Winner, 2018 PEN/E.O. Wilson Prize for Literary Science Writing Short-listed for the 2018 Wellcome Book Prize A Top 10 Science Book of Fall 2017, Publishers Weekly A Best History Book of 2017, The Guardian "Warning: She spares no detail!" —Erik Larson, bestselling author of Dead Wake In The Butchering Art, the historian Lindsey Fitzharris reveals the shocking world of nineteenth-century surgery and shows how it was transformed by advances made in germ theory and antiseptics between 1860 and 1875. She conjures up early operating theaters—no place for the squeamish—and surgeons, who, working before anesthesia, were lauded for their speed and brute strength. These pioneers knew that the aftermath of surgery was often more dangerous than patients’ afflictions, and they were baffled by the persistent infections that kept mortality rates stubbornly high. At a time when surgery couldn’t have been more hazardous, an unlikely figure stepped forward: a young, melancholy Quaker surgeon named Joseph Lister, who would solve the riddle and change the course of history. Fitzharris dramatically reconstructs Lister’s career path to his audacious claim that germs were the source of all infection and could be countered by a sterilizing agent applied to wounds. She introduces us to Lister’s contemporaries—some of them brilliant, some outright criminal—and leads us through the grimy schools and squalid hospitals where they learned their art, the dead houses where they studied, and the cemeteries they ransacked for cadavers. Eerie and illuminating, The Butchering Art celebrates the triumph of a visionary surgeon whose quest to unite science and medicine delivered us into the modern world.
the butchering art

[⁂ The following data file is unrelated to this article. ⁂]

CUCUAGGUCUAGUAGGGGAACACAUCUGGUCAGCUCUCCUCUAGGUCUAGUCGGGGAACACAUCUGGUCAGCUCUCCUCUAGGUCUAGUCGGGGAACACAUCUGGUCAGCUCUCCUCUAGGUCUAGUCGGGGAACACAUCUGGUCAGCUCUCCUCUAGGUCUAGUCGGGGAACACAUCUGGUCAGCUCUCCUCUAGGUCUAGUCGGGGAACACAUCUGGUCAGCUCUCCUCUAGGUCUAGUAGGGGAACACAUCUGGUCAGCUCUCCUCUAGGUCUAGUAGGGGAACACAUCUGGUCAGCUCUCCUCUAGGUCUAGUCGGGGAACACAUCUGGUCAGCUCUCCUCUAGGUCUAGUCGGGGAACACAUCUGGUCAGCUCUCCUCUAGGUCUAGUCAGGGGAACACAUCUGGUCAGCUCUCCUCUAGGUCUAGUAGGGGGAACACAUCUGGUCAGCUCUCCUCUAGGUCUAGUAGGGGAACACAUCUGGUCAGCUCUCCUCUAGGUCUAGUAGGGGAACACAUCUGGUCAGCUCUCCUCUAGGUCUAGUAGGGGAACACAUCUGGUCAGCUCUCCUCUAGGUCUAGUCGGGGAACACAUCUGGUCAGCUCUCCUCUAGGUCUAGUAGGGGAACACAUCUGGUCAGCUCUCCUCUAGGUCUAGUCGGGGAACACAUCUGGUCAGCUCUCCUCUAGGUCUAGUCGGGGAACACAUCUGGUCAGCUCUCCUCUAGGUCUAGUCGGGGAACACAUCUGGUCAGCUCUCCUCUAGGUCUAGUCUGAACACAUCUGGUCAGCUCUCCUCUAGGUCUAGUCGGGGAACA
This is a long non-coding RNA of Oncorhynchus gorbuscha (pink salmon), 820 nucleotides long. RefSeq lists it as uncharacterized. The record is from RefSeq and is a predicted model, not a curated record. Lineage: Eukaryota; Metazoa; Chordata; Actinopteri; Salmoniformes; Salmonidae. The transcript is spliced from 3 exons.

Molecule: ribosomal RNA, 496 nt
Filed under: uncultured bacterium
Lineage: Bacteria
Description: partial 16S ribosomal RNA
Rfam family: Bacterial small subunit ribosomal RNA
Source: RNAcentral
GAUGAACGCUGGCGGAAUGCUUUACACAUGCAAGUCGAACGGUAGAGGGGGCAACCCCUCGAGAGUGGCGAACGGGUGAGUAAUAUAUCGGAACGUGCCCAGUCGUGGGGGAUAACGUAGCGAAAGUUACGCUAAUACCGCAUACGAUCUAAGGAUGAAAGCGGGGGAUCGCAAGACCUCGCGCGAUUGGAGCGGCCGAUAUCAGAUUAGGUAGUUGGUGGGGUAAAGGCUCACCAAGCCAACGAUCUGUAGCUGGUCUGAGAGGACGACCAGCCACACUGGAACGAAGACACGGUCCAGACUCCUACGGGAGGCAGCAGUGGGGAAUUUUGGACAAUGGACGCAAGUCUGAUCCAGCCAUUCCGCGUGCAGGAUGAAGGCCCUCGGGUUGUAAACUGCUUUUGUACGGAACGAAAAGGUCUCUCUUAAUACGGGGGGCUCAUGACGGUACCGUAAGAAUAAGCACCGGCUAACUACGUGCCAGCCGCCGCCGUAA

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PLEASE NOTE: This is a summary, analysis and review of the book and not the original book. Author Lindsey Fitzharris' The Butchering Art cuts beneath the surface of John Lister's life to unveil a titanic intellectual struggle in the world of medicine, as well as Lister's role in a major medical innovation. This SUMOREADS Analysis offers supplementary material to The Butchering Art: Joseph Lister's Quest to Transform the Grisly World of Victorian Medicine to help you distill the key takeaways, review the book's content, and offers insight into the writing style and overall themes. Whether you'd like to supplement your understanding, refresh your memory, or simply decide whether or not this book is for you, FastReads Analysis is here to help. Absorb everything you need to know in less than 20 minutes. What does this SUMOREADS Analysis Include? A short synopsis of the original book Editorial Review of the writing style and content Key takeaways of the author's main points A short bio of the author Supplementary information on the original title Original Book Summary Overview The Butchering Art is a fascinating read for anyone with a remote interest in the strange. Science buffs will especially love this book. Lindsey Fitzharris follows 19th Century surgeon Joseph Lister as he navigates the strange, squalid world of Victorian medicine, where filth and gore abound. Lister tries to incorporate science, particularly his germ theory, into medical research, but all along the way he has to fight resistance from adherents to the status quo. BEFORE YOU BUY: The purpose of this SUMOREADS Analysis is to help you decide if it's worth the time, money and effort reading the original book (if you haven't already). SUMOREADS has pulled out the essence-but only to help you ascertain the value of the book for yourself. This analysis is meant as a supplement to, and not a replacement for, the original book.